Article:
Ride 4 Hospice revs up for 10th year
Prizes awarded to best, worst hands in annual poker run
More than just a spectacle, a group of motorcyclists will make their way through Sandy for a cause on Sunday, July 10.
The Gateway Pub, at 39100 Pioneer Blvd., will be the start of the 10th annual Ride 4 Hospice. Motorcyclists can enter for $15, passengers for $10, at this event that supports the nonprofit Mt. Hood Hospice - one of only a few nonprofit hospice centers in the state.
The event will begin with a staggered starting line between 9 and 10 a.m. at the Gateway Pub and ending at the same location. Every stop in between will be revealed on the day of the run.
As in years past, the event will feature a poker run during which participants will be able to draw cards at various stopping points throughout the course. The rider with the best hand at the end of the run will receive a special prize.
Local businesses have donated goods toward the event, including the Brightwood Tavern, which will provide all the food at a hamburger barbecue at one of the poker run stops.
The Ride 4 Hospice originated when Hoodland firefighter Ron Bradley was killed in June 2001 in a motorcycle crash on Highway 26, leaving behind a wife and two children. That year, one of the Hoodland firefighters decided to coordinate a ride out of the Hoodland Fire Station to raise money for the Bradley family. The next year, the Sandy Fire District took over the event, and it has been a success ever since.
'You always hear stories about how the fire department or the police department are your family,' said Ron Bradley's wife, Alison. 'From the bottom of my heart it is so incredibly true. It's amazing what they'd done for my family.'
Last year the event attracted some 200 motorcyclists, and the numbers have grown bigger every year. Though funds originally went to the Bradley family during the event's earliest years, proceeds from the ride go to Mt. Hood Hospice in Ron Bradley's name and memory. The winner of the best hand during poker run on July 10 will receive a special prize at the end of the event - as will the winner of the run's worst hand.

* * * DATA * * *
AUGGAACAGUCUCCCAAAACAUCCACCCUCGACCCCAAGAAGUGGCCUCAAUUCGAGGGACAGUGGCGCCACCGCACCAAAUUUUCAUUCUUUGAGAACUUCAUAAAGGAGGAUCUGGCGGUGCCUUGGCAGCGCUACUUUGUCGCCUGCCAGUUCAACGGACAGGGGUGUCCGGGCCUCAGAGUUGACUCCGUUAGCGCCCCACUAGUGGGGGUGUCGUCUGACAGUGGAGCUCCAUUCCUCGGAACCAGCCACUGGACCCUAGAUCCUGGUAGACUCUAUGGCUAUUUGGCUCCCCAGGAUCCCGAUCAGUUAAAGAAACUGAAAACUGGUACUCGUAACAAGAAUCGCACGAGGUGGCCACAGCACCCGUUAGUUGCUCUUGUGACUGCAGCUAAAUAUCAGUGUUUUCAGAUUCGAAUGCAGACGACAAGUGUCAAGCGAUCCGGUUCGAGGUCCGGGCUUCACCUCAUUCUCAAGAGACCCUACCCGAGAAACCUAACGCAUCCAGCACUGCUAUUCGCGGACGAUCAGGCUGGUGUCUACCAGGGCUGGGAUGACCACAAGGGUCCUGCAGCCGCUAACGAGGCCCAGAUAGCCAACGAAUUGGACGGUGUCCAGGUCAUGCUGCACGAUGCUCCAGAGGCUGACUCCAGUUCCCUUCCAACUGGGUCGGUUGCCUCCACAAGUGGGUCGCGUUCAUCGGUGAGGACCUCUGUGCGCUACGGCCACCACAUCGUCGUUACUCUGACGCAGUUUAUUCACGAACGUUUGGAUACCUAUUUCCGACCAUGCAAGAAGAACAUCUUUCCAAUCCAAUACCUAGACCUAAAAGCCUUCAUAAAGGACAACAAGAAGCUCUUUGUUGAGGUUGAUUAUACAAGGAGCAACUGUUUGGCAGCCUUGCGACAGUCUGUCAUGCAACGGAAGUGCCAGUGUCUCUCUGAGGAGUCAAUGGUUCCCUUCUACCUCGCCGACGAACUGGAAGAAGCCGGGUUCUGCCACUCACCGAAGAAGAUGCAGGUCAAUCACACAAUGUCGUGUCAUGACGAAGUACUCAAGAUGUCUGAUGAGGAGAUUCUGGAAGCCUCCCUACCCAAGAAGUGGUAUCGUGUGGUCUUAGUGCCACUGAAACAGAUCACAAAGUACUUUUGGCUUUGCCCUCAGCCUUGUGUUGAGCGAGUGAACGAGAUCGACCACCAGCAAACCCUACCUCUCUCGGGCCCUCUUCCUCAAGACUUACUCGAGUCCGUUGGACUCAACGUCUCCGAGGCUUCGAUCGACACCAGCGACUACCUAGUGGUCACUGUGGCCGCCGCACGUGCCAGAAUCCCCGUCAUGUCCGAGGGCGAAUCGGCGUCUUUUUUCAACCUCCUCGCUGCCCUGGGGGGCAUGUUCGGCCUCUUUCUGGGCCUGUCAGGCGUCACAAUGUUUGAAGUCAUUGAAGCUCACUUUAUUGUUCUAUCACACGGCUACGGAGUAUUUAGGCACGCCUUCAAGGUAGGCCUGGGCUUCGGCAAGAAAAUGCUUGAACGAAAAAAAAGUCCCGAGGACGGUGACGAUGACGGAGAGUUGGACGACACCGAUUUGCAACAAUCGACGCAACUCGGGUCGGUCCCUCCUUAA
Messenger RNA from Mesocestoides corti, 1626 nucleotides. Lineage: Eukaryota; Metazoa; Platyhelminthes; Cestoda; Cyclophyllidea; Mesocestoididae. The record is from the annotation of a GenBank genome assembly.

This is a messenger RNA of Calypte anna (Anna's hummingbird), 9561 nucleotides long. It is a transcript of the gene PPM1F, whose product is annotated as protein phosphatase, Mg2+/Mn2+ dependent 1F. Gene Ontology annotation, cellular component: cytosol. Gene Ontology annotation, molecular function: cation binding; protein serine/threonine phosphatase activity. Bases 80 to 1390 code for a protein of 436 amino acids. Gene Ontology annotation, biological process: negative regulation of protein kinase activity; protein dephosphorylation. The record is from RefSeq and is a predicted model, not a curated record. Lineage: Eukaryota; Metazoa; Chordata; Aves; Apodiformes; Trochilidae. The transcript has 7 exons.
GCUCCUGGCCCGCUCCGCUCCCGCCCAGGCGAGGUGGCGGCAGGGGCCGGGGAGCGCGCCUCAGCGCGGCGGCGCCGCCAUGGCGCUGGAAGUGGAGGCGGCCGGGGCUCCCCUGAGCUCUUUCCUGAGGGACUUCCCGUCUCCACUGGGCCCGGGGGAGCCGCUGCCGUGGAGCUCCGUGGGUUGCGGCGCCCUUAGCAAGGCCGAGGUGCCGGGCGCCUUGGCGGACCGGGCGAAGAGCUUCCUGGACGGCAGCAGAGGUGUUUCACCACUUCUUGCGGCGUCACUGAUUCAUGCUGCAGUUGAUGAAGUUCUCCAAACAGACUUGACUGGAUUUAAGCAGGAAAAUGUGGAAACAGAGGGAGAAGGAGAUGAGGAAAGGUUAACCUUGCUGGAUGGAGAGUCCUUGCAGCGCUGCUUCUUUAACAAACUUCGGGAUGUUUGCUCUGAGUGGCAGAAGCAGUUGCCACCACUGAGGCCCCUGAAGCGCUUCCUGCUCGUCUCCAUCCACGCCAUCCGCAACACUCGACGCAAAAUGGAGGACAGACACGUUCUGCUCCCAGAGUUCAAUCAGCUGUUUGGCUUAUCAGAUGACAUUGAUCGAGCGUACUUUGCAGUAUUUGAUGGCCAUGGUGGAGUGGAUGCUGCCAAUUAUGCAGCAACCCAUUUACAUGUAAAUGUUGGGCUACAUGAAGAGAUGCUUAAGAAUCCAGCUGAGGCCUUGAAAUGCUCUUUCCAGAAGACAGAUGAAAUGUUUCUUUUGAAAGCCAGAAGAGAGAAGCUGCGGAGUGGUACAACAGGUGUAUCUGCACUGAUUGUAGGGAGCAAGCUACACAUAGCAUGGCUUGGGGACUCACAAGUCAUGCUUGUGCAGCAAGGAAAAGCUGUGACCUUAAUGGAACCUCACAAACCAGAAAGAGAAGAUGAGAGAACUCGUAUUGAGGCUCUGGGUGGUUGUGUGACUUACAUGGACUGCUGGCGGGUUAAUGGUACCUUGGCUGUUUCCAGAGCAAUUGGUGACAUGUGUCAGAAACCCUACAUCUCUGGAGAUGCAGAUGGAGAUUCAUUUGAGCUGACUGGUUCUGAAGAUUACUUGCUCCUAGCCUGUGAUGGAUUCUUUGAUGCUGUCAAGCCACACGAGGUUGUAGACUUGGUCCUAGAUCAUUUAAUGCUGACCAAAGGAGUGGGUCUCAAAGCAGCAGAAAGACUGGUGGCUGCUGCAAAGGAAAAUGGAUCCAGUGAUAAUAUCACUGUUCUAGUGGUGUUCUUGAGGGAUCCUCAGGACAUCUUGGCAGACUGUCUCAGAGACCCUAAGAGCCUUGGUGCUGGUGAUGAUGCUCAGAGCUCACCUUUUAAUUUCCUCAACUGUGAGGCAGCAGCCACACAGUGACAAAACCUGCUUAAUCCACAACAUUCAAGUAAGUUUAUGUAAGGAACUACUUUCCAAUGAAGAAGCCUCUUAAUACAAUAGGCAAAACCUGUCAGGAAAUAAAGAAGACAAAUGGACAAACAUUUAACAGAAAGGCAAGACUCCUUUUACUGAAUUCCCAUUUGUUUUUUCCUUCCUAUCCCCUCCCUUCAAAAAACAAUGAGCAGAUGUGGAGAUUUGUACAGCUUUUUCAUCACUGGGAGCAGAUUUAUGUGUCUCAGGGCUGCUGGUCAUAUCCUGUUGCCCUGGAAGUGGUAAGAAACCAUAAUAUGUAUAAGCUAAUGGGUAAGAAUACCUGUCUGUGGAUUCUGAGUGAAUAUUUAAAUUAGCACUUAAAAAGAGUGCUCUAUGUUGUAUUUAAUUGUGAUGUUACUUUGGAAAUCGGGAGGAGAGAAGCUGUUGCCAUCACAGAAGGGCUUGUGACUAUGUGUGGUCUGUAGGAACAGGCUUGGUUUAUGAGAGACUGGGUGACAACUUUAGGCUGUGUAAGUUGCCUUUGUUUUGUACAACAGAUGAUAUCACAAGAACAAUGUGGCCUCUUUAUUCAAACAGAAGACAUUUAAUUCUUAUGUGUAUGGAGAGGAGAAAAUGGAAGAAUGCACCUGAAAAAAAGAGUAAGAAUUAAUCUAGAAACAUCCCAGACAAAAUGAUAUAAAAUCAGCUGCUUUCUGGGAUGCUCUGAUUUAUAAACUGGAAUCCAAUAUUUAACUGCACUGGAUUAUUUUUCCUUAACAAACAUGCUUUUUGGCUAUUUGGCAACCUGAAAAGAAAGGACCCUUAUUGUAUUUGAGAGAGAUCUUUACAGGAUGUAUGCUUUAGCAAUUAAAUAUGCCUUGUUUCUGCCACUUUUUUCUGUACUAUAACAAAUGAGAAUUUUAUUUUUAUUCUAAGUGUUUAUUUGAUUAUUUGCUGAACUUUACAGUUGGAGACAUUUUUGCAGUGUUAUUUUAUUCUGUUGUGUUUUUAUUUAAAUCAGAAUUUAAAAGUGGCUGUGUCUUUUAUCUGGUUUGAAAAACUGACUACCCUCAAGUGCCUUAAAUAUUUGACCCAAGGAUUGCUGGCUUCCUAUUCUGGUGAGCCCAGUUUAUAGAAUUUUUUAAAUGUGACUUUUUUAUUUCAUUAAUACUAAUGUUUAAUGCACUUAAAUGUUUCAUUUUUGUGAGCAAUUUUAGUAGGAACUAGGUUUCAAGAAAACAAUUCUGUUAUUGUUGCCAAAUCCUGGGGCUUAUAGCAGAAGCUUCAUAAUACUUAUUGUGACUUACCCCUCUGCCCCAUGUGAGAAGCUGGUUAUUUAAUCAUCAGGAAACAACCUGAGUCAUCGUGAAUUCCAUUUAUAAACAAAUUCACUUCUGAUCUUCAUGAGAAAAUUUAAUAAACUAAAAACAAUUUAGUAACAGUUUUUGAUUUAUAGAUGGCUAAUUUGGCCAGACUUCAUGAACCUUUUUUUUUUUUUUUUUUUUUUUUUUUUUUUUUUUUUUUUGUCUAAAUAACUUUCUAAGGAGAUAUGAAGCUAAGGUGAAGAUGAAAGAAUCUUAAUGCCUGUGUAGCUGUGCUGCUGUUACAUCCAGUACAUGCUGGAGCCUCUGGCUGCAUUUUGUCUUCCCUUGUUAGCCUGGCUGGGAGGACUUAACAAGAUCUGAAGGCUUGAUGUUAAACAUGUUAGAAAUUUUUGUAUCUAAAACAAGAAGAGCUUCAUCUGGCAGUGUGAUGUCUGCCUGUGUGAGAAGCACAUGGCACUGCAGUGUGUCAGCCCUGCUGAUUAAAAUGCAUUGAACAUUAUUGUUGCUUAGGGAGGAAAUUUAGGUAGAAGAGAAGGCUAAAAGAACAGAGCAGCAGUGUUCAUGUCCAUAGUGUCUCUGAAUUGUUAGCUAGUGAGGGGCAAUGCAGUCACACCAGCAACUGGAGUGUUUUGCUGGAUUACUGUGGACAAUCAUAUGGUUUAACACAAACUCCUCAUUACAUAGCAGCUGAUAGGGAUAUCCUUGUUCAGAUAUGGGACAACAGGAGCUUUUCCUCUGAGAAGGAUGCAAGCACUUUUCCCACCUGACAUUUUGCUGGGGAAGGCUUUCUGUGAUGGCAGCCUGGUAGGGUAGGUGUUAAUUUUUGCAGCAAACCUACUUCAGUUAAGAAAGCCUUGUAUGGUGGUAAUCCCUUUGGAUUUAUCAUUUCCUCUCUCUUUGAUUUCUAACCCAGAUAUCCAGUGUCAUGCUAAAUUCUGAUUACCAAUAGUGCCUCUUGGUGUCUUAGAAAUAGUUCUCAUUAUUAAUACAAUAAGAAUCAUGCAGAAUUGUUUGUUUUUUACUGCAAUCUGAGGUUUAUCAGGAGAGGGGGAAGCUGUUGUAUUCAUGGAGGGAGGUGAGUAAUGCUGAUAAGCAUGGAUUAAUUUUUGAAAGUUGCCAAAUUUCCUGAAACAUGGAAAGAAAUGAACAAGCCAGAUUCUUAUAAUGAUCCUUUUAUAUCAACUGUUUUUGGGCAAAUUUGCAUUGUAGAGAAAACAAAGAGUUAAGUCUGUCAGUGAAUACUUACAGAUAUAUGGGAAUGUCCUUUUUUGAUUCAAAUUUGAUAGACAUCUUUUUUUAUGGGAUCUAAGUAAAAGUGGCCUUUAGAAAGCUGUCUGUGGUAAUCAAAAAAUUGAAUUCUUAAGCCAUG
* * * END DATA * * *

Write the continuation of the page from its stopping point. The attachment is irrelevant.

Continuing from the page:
'Everything that we do that gives them a couple extra dollars, helps them provide a little better program for somebody else,' event coordinator Camille Gallegly said of Mt. Hood Hospice.
Gallegly, who began her involvement with the Sandy Fire District years ago when her husband at the time was a volunteer fire fighter, said that it's thanks to the integrity of the cause that she has managed the event for as many years as she has.
'I found that I'd never seen such a gracious and great group of people in my life as I did at hospice,' Gallegly said. 'That makes it worth supporting.'
Sandy community member Linda Collins, whose mother was cared for by hospice, agrees.
'A lot of children are very young that are getting help from hospice,' Collins said. 'It's not just the older generation. People don't realize how important it is. It's not just for the person, it's for the family also. I can't say enough for it.'
For those who would like to contribute to Mt. Hood Hospice but don't happen have a motorcycle available for the event, checks can always be made out to Mt. Hood Hospice.